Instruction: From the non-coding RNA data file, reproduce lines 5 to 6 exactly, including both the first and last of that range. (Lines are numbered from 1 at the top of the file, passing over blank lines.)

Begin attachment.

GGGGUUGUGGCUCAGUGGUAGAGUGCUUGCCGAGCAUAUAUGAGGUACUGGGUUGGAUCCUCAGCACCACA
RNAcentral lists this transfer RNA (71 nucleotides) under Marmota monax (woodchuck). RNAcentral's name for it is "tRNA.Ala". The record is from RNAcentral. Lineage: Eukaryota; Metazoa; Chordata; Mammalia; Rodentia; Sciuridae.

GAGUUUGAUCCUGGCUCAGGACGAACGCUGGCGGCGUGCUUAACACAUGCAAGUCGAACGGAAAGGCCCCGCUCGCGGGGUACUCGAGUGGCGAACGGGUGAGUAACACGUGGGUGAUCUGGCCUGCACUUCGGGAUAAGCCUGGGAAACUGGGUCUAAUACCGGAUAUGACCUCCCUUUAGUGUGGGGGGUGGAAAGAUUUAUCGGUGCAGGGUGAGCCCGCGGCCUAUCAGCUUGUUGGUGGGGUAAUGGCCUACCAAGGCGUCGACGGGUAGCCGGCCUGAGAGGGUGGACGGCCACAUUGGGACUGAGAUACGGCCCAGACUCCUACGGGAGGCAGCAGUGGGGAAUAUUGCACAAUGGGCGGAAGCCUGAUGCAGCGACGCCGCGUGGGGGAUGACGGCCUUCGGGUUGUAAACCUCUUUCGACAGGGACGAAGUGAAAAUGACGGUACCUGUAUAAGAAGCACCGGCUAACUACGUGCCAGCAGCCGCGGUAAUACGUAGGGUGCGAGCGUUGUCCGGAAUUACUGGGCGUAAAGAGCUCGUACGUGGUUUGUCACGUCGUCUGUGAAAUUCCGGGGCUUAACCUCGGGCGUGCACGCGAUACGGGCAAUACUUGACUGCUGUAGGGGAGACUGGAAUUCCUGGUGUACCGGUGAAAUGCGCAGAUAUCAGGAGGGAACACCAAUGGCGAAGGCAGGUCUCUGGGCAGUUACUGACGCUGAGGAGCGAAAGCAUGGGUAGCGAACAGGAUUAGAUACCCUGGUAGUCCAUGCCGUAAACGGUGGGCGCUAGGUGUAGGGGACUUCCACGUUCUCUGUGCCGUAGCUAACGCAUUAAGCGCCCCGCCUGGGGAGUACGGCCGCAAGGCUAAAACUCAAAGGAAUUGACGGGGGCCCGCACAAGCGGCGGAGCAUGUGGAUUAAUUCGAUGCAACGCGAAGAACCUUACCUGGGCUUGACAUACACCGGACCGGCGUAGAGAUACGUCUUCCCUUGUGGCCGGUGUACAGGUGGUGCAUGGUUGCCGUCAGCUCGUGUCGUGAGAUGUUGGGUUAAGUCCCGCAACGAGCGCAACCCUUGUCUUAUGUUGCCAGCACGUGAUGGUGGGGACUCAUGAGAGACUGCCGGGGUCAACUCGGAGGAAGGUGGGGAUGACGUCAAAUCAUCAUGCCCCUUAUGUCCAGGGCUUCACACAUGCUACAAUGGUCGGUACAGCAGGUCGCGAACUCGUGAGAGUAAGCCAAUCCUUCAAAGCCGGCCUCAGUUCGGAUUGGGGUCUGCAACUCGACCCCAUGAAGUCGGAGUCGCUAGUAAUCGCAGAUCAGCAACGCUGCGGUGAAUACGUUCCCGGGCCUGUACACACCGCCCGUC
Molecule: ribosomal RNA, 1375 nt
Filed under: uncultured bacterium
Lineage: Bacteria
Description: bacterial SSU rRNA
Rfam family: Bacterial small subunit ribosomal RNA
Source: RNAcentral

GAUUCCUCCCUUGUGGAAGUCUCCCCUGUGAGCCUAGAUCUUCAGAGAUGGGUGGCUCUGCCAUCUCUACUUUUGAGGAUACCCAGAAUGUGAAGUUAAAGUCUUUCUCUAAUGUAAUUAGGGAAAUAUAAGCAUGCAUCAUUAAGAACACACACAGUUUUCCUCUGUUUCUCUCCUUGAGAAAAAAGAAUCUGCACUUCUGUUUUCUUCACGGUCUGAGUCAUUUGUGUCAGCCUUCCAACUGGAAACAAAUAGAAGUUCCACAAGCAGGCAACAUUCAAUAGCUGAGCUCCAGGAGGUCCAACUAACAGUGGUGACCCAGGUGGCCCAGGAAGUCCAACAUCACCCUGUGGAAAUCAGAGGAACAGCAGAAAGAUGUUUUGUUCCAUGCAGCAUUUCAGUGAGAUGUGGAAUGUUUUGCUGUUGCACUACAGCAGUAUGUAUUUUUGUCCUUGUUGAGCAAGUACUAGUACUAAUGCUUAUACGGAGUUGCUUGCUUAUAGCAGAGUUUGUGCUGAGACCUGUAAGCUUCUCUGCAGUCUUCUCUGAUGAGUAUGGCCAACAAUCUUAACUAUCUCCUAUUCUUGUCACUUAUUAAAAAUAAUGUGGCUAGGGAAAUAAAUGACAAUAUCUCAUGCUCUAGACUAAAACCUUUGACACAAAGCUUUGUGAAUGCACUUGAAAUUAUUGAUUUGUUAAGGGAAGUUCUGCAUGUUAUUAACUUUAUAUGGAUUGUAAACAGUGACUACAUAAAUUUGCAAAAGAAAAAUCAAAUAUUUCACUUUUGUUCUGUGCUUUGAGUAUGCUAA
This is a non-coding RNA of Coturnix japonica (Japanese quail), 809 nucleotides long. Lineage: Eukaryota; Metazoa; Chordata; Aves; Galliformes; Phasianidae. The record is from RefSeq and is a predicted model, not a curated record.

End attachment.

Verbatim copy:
Filed under: uncultured bacterium
Lineage: Bacteria